Saturday is the day when you can really see the Comic Con energy in full effect. That’s when all the spectacle is at its most intense. This year I felt that the energy, while still at respectable levels was not as high as in past years. This is of course a subjective assessment. It could just be that the weather was dismally cold and wet, but it’s hard to imagine that chilly weather could keep the native Chicagoan from showing up.
The Cosplay didn’t seem to be as kinetic as in recent years. There seemed to be a nonchalance about it that gave me the perception that the hard core Cosplayers were somewhere else. Especially with all the incentives of the Crown Championships of Cosplay offering over $10,000 in cash and prizes. Maybe the energy manifested itself on the main stage where the competition was held. I don’t know, I couldn’t attend due to other obligations.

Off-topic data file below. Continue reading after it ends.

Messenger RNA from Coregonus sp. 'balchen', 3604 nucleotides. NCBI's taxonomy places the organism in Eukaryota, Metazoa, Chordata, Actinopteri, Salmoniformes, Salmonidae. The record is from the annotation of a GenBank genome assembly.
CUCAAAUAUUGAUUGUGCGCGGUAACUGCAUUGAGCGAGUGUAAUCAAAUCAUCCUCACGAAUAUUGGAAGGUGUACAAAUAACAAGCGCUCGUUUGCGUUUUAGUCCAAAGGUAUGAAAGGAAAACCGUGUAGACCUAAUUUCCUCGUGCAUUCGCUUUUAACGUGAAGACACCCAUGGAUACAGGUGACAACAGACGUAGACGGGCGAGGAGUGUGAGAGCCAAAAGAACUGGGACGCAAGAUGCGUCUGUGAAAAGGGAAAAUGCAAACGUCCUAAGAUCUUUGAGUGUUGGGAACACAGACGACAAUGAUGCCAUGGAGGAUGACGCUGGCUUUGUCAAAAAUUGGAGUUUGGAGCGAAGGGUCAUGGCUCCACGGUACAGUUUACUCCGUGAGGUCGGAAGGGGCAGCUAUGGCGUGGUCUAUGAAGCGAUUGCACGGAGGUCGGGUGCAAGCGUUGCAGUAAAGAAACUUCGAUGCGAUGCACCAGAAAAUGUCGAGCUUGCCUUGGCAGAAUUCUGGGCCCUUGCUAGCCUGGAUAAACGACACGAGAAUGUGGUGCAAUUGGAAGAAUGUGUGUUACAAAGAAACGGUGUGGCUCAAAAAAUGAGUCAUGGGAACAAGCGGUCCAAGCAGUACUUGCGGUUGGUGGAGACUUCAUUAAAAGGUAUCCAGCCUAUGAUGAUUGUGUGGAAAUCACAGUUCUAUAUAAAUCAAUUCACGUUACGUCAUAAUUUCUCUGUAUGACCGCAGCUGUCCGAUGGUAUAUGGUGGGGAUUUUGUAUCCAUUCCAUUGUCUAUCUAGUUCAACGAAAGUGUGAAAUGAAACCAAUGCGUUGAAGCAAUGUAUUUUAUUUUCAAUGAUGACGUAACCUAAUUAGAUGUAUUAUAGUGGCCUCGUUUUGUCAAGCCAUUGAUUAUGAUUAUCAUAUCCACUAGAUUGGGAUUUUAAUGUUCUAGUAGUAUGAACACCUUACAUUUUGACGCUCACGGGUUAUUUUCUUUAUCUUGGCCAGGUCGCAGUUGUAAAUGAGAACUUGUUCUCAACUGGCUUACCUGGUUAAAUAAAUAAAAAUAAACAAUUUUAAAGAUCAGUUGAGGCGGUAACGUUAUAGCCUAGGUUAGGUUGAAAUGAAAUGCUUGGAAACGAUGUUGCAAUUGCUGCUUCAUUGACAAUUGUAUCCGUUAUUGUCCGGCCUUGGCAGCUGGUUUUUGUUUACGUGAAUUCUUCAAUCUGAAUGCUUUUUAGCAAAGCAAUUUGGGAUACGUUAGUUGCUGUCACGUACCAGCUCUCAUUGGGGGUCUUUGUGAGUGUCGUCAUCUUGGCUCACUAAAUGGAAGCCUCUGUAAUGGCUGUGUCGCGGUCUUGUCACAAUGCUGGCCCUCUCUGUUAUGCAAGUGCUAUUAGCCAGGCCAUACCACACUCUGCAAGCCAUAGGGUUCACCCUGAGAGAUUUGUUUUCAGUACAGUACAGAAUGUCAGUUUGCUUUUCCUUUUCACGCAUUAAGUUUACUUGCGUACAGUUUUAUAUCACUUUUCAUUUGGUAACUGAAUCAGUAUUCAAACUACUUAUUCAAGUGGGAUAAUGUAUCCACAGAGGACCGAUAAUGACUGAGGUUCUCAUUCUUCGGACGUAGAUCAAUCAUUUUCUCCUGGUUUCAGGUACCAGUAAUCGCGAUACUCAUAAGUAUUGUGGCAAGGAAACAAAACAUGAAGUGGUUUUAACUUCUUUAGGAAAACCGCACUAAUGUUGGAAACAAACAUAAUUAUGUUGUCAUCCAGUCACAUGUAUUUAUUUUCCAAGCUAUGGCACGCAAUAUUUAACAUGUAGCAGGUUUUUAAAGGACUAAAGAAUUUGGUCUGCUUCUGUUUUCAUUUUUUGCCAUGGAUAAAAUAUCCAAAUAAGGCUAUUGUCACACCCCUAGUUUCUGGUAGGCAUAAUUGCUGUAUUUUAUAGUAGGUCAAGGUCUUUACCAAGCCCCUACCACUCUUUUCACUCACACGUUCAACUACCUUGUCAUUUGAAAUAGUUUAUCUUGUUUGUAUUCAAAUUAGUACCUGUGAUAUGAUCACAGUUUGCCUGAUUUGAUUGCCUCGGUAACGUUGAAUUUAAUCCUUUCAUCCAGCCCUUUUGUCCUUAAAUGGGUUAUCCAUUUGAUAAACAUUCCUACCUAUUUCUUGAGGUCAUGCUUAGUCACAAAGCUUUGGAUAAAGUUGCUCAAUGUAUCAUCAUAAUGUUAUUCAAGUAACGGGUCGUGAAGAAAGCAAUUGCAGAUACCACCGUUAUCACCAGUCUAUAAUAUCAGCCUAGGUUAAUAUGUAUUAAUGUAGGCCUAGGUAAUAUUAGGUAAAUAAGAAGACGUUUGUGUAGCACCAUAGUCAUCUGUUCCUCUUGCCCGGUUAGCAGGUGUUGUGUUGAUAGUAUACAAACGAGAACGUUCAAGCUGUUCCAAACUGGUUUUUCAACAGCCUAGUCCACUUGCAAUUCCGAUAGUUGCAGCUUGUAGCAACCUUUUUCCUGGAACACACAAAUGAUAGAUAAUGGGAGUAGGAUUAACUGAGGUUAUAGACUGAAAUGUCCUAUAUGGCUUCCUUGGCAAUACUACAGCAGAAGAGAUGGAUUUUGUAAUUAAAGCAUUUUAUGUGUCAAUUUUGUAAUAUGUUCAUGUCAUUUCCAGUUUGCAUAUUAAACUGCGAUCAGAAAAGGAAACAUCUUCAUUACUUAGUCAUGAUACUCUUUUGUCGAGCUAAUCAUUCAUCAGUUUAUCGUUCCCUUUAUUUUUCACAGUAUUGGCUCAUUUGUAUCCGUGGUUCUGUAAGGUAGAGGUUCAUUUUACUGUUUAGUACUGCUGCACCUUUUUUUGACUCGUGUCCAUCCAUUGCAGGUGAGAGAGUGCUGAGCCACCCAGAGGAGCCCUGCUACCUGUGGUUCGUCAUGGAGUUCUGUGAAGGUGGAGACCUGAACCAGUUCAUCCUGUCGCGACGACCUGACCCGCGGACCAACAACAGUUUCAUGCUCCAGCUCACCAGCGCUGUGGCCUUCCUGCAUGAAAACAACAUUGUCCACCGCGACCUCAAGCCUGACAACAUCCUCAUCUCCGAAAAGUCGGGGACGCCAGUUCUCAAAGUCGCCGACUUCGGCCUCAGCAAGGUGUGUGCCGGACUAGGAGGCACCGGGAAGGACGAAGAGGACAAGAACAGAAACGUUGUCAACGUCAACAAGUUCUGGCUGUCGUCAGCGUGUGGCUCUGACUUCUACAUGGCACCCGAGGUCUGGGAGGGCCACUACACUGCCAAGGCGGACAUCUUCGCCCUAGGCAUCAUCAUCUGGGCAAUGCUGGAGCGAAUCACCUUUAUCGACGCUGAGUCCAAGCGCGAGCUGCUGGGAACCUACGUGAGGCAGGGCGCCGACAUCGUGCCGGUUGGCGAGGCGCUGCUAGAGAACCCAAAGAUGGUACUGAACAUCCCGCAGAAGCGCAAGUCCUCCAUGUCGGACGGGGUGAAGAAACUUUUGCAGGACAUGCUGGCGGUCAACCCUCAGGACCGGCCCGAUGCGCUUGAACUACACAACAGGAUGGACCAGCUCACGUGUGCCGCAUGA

Artist’s alley seemed to fair better, there was a high energy there. The alley hosted a lot of very talented professionals displaying quality work. Most everyone had good looking 8 foot vertical banners behind them displaying some tightly rendered art in full color. Even R2D2 made an appearance, rolling through the crowd about 12 feet ahead of his operator.
Every year I look forward to the panels to inform me and keep me up on the pulse of the industry. This year the panels seemed forced. They seemed to have nothing really interesting to offer. I know the saying; “there’s no such thing as an uninteresting subject; only an uninterested person.” Well, like most people I’m interested in many things. So from my perspective the panels were somewhat dull this year.